Curing diseases with lab-grown organs
Organs and tissues grown in the lab may in the future be able to cure people with organ failures. Micha Drukker, professor of Stem Cells, Developmental Biology and Technology for Innovative Drug Research, is convinced that the use of stem cells will make this possible. He will deliver his inaugural lecture on 18 November.
At the present time, doctors generally treat symptoms of tissue damage. However, in order to cure the disease itself, we need to take a function that has been lost and recreate it. Diabetics taking insulin are a good example. Insulin makes the symptoms disappear, but not the diabetes itself. ‘To cure a disease, we have to repair what has gone wrong,’ Drukker says. ‘In the future, if your liver has stopped working, part of your brain is damaged or your heart isn’t working properly, we will be able to replace those defective or missing body parts. For diabetes we will grow new pancreatic islets (cells in the pancreas that are damaged in diabetes patients, Ed.).’
New organs and tissues can be made from the patient’s own cells.
These new organs and tissues can be made from the patient’s own cells. From those cells stem cells can be made using cellular reprogramming technology. These are cells that can develop into different cell types and eventually tissues and organs. Put simply, in the lab the stem cells are given instructions to make a specific cell. According to Drukker, the basis for the technology is already available to make tissues and organs from the body’s own cells. ‘We need to connect existing technologies, and bridge gaps to bring all the parts together. That will take a lot of money, time and research. Our research is focused on enhancing the differentiation of stem cells to clinically useful cell types and on computational cell safety analysis.’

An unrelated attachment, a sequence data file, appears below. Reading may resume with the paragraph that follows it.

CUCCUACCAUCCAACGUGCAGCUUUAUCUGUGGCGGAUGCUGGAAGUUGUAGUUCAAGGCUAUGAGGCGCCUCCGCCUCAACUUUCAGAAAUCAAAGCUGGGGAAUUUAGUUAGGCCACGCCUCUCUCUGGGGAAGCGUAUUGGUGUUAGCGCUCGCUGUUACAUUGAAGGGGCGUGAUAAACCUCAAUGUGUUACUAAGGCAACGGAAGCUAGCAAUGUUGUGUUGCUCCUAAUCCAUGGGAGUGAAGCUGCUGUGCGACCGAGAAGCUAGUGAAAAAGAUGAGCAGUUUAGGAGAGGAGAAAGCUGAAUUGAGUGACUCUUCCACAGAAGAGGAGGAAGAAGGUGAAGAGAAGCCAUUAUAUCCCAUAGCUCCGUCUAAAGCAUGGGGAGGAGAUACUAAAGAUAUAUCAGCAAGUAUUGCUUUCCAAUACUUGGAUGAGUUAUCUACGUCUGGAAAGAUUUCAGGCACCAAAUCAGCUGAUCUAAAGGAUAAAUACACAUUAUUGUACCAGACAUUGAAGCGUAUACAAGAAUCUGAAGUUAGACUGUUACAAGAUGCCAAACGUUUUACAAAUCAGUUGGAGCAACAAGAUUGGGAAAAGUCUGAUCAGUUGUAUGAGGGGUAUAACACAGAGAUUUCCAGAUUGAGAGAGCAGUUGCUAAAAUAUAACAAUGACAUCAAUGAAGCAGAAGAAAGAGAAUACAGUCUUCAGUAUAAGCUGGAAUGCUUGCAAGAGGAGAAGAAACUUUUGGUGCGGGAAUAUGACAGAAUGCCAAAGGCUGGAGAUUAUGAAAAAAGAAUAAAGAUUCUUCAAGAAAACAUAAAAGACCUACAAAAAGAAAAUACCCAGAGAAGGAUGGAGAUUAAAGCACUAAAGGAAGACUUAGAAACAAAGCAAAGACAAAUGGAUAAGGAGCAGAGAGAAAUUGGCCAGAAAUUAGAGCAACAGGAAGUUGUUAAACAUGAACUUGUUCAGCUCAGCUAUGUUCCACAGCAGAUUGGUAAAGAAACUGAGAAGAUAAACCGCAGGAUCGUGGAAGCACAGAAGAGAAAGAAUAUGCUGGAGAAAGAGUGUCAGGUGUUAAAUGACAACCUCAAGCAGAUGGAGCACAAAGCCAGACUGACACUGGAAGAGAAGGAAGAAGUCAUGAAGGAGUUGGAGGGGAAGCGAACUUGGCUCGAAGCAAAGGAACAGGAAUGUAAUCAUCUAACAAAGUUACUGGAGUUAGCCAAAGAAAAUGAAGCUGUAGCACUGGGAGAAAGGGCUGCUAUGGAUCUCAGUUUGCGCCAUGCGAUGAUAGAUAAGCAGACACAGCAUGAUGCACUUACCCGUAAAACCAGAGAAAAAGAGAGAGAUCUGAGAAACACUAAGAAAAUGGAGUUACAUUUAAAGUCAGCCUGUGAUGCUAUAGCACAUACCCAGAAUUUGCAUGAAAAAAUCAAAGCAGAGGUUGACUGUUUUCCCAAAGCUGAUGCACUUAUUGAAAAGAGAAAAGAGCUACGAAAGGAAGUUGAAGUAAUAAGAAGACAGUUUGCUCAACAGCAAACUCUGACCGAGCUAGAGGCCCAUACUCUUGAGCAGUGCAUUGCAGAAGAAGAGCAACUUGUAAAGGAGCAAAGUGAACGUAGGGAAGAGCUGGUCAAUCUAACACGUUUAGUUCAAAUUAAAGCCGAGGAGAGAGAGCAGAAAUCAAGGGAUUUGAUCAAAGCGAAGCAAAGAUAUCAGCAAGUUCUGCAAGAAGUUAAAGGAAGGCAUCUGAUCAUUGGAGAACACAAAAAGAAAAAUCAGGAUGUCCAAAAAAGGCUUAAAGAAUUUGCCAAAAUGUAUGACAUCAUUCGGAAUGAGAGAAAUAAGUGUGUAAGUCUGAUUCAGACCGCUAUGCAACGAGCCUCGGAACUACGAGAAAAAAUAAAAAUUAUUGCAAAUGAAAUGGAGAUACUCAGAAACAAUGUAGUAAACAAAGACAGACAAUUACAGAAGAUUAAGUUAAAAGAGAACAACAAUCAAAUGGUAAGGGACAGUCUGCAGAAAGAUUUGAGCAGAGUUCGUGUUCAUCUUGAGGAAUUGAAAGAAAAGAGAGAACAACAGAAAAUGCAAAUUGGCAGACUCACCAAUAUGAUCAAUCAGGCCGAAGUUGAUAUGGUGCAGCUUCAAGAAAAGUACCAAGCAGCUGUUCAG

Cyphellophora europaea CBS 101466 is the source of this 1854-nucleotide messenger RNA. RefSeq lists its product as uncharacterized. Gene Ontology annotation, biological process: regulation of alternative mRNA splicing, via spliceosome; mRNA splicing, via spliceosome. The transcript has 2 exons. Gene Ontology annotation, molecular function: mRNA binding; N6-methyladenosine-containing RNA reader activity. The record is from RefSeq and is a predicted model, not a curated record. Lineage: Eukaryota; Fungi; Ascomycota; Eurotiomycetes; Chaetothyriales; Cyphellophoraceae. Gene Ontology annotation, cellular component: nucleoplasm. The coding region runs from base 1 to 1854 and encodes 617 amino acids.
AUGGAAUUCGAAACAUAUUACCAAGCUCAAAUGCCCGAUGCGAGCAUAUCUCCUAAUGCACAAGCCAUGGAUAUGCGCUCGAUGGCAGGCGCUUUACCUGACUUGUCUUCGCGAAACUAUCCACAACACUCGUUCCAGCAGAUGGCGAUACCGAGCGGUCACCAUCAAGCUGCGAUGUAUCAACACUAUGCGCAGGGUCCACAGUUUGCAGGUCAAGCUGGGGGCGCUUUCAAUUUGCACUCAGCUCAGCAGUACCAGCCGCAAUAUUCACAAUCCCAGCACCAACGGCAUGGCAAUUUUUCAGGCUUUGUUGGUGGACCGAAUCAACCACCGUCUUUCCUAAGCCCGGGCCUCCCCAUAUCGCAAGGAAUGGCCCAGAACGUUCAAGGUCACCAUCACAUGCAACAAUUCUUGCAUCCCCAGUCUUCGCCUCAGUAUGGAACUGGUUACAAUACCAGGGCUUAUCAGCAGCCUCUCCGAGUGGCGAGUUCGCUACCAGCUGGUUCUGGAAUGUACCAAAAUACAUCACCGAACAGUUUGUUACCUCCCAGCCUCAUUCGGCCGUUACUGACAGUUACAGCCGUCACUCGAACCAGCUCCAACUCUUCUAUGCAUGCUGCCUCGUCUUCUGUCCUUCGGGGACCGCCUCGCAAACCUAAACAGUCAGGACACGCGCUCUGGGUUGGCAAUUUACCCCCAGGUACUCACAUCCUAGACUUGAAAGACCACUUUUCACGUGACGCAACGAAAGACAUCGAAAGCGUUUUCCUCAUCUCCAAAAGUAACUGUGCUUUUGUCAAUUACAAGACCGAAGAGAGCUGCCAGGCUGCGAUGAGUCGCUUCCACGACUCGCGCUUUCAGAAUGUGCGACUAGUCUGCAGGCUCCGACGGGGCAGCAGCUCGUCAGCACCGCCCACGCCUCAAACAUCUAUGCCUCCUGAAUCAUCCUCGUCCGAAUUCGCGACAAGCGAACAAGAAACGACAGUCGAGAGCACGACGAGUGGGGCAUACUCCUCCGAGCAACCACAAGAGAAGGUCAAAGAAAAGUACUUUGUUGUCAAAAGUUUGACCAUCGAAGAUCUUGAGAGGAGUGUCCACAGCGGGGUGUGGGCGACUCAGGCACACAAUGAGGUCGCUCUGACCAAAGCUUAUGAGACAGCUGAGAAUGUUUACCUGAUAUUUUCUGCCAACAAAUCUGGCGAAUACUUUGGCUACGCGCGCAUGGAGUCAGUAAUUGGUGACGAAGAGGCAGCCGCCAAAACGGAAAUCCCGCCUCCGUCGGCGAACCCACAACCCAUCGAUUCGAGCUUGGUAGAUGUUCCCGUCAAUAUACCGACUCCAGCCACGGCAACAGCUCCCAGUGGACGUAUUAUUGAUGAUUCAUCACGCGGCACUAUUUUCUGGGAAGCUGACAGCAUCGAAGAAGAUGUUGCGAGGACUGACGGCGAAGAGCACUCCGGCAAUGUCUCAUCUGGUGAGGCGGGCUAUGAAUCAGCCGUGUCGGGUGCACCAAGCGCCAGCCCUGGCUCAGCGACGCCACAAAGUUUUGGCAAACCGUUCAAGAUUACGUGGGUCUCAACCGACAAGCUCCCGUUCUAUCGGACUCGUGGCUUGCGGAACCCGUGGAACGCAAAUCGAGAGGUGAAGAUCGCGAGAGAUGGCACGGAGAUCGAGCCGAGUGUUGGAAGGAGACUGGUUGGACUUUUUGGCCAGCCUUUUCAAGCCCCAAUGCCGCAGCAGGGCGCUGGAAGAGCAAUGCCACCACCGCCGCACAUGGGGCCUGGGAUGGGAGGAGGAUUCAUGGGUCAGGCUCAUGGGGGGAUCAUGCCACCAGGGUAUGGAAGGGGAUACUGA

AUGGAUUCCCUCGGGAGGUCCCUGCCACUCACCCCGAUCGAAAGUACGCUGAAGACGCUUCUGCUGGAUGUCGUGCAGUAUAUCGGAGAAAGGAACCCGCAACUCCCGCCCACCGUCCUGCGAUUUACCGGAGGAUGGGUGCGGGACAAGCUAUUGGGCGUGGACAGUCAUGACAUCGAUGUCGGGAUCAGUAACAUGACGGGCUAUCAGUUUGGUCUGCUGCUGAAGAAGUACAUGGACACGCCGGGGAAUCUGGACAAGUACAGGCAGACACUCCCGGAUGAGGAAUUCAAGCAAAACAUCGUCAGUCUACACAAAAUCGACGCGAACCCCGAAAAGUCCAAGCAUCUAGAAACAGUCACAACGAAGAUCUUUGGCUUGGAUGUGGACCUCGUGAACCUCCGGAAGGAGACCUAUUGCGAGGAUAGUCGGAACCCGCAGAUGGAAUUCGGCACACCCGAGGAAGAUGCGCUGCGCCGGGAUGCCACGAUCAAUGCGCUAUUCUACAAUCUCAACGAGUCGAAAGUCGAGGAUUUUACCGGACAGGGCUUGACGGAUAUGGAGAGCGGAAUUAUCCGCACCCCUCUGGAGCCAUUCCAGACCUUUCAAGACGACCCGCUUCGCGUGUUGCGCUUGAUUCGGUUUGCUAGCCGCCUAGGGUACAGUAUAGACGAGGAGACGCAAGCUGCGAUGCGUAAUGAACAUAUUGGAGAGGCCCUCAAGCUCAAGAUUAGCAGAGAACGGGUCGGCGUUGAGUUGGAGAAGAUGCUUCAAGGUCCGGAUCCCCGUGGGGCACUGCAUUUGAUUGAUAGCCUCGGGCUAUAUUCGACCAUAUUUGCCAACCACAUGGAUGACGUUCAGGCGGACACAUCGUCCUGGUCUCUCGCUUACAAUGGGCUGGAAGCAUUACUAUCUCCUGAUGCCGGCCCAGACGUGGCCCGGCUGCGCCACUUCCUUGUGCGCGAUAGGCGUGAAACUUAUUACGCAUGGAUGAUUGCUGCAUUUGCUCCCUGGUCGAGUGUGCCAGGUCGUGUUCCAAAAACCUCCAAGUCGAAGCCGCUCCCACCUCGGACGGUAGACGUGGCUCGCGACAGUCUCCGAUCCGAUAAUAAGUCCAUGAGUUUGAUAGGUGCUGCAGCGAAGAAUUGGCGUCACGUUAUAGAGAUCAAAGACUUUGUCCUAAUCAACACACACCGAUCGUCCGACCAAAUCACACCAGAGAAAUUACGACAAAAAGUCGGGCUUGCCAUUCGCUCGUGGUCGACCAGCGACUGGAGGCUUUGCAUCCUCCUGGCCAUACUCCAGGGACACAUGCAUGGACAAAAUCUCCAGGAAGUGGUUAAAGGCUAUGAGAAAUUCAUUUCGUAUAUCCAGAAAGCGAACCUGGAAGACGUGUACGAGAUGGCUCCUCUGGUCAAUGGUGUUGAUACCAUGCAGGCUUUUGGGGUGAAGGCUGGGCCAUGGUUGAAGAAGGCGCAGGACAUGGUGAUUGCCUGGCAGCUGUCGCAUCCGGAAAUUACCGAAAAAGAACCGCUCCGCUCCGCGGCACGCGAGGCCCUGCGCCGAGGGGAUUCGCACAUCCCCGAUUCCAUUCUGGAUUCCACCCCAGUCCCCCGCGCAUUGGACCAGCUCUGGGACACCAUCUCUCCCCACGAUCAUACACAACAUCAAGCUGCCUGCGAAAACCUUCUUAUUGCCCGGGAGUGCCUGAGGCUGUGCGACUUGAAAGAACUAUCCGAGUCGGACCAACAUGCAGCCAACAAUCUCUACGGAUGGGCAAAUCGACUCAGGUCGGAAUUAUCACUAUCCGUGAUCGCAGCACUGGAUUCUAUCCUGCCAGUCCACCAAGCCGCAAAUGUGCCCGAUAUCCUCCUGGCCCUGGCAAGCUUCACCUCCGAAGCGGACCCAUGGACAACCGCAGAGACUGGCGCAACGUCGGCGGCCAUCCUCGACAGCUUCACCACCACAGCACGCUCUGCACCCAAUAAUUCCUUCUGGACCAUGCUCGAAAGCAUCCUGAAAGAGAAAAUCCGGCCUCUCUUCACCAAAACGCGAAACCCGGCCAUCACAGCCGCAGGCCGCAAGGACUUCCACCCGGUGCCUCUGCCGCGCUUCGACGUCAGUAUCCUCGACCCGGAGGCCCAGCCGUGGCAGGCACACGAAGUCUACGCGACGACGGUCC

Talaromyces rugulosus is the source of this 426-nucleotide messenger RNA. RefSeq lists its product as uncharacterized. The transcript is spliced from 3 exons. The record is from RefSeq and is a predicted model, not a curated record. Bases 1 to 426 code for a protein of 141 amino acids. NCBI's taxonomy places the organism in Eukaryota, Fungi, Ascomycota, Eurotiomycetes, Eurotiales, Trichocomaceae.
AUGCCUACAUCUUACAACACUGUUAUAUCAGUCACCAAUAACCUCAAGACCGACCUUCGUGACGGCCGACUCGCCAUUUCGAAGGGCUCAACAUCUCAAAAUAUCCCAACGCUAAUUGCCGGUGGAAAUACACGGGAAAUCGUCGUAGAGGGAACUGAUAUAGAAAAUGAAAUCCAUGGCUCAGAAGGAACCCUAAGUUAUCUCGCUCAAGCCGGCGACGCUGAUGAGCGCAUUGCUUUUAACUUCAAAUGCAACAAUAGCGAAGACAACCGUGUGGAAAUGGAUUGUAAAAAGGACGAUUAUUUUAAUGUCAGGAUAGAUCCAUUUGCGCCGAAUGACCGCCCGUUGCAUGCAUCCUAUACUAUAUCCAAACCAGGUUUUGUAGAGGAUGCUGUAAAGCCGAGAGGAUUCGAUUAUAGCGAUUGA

The idea isn’t to grow a complete heart or lung in the lab. According to Drukker, that would be very difficult. ‘The fundamental problem is to make things big enough. In a normal situation, cells grow naturally in the human body, where they receive the oxygen and nutrients needed to develop.’ So far, no solution has been found for making whole organs in a lab environment. However, for specific disease, an enormous progress is possible by growing cells or cluster of cells, which can then be injected or placed in the body during an operation. After that, the body will do the rest by taking up the cells. This way, part of a heart, nervous system or bone marrow can be ‘repaired’. And diabetes patients can be given new pancreatic islets. ‘These are tiny and don't necessarily have to have structure in order to treat diabetes. We can make billions and inject those.’
'A lot of human suffering will disappear thanks to this technology, I've no doubt about that.’
Drukker expects that, within the next five years, stem cell therapy will prove promise to cure diabetes patients. He is also hopeful about treatments for other diseases. ‘I really hope that within a few years we will be able to slow down the brutal symptoms of ALS, and began treating nerve degeneration and injury.’ He is very optimistic about these new technological advances. ‘A lot of human suffering will disappear thanks to this technology, I've no doubt about that.’
Examples of stem cell therapies
Bone marrow transplantation is an example of a stem cell therapy that has been used since 1960’s to cure certain cancers, such as leukaemia. Once implanted, the new cells produce a new immune system, clotting system and the red blood cells that carry oxygen.
A more recent success of stem cell therapy has helped improve the vision of people with a particular form of blindness. They were implanted with a new layer of retinal pigment epithelial cells (cells that are important for retinal function).
Text: Dagmar Aarts